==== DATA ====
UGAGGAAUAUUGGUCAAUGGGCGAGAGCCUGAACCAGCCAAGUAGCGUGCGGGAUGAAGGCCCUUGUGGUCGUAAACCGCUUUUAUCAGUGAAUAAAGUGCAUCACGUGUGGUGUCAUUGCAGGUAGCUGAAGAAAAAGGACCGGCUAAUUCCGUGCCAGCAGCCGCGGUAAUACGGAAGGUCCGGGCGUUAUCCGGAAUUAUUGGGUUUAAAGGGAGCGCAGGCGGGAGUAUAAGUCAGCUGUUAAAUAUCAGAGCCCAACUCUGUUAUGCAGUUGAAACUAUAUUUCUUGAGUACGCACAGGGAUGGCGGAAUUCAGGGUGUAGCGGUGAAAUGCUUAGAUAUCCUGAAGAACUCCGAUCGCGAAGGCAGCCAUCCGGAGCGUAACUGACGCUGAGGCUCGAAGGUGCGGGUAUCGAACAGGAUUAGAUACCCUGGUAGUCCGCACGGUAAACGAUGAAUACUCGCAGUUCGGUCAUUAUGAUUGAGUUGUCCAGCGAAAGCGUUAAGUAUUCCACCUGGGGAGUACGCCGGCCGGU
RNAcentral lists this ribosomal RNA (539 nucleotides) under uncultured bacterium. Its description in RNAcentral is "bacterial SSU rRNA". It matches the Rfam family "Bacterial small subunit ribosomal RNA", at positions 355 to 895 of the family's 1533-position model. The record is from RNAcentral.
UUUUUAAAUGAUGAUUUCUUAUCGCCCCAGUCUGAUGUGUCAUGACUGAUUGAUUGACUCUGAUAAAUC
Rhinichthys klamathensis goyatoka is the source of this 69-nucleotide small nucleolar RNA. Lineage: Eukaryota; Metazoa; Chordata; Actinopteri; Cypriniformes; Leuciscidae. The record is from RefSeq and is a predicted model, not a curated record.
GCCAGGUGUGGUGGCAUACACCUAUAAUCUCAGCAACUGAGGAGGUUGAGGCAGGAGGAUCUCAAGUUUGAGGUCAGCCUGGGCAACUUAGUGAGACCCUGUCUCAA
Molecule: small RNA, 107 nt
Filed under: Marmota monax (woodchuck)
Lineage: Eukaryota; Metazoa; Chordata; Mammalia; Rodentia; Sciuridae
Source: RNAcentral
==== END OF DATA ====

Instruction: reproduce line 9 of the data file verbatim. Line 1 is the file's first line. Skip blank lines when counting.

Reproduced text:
Source: RNAcentral